A Commentary on Isocrates' Busiris (Mnemosyne, Bibliotheca Classica Batava Supplementum)
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This volume contains the first scholarly commentary on the puzzling work "Busiris" part mythological "jeu d esprit," part rhetorical treatise and part self-promoting polemic by the Greek educator and rhetorician Isocrates (436-338 BC). The commentary reveals Isocrates strategies in advertising his own political rhetoric as a middle way between amoral sophistic education and the abstruse studies of Plato s Academy. Introductory chapters situate "Busiris" within the lively intellectual marketplace of 4th-century Athens, showing how the work parodies Plato s "Republic," and how its revisionist treatment of the monster-king Busiris reflects Athenian fascination with the alien wisdom of Egypt. As a whole, the book casts new light both on Isocrates himself, revealed as an agile and witty polemicist, and on the struggle between rhetoric and philosophy from which Hellenism and modern humanities were born."
Polycrates' accusation is that he has not merely said that Alcibiades 'associated with' Socrates, or even that Socrates 'corrupted' Alcibiades, but that Alcibiades was Socrates' pupil—contrary to the tradition that Socrates disclaimed being a teacher or having any pupils.98 From Isocrates' standpoint, of course, to make Socrates a practitioner of 7 and the educator of a pre-eminent public figure like Alcibiades, can only be praise. Polycrates' use of it as a charge against Socrates is symptomatic
180): again it is left unclear what reason there might be for giving such a limited and offbeat example. Kennedy does, however, point a way forward by conceding that a 'serious idea' may underlie the work in spite of its bizarre subject (ibid. p. 181). INTRODUCTION 5 and at the antecedent works of Polycrates is among its most interesting features. Thus the legendary king Busiris is only one thread in the work which bears his name. Others include the character and work of the rhetorician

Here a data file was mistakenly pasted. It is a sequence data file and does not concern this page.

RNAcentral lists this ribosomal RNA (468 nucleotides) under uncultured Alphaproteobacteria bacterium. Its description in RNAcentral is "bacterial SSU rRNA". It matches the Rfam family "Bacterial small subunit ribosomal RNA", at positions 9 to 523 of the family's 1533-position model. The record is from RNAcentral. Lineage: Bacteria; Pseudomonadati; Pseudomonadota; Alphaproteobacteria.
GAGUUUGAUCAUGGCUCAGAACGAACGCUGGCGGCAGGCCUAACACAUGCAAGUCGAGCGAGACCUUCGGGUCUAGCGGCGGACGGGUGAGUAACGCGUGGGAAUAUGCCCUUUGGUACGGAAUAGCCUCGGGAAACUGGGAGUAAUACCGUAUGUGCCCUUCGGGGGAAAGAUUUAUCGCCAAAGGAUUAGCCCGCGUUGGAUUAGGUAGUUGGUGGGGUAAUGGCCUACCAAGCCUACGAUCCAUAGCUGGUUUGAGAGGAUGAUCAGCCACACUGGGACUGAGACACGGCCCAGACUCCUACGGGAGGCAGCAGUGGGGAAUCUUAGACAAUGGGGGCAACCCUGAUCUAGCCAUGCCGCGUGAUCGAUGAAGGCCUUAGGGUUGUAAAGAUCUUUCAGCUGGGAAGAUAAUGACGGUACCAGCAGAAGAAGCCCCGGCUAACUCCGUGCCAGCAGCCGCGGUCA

Hdt. II.6.2-3, 11.10, 124 ff., 148 f, 175 f), who exaggerates the size of the country by erroneously making its twice the length of the Persian parasang. Abundance of fertile land takes its place in later rhetorical theory among the praiseworthy qualities of an inland area (see Menander Rhetor RG III.345.10), and the , also figures in Aristides' praise of Cyzicus, XXVII Panegyric in Cyzicus 9. : compare the role given to the Peiraeus in Isocrates' praise of Athens at Panegyricus 42; also [Xen.]
conversation with the tyrant Leon and characterised him, according to Diogenes Laertius, as the inventor of the words ( and (D.L. 1.12). Cicero Tusc. V.iii.8 (clearly using Heraclides) has Leon ask Pythagoras what art he practises; Pythagoras says he is a philosopher, and Leon asks for an explanation; Pythagoras likens the role of philosophers in life to that of spectators at the Olympic games. For discussion of the content and point of this episode in Heraclides, and of the question whether it
For its negative sense here, 'speaking without proper restraint', compare f yug. 22 (also Archid. 97, Areop. 20), and see Harpocration p. 239 lines 1-2 Dindorf: Good and bad are explicitly distinguished at Ep. IV 4. this does not follow logically from what has gone before, but serves as a transition to the declaration of faith in § 41, which in turn brings the focus back (a) from stories about the gods to stories about heroes (like Busiris), and (b) from the poets as primary myth-makers to prose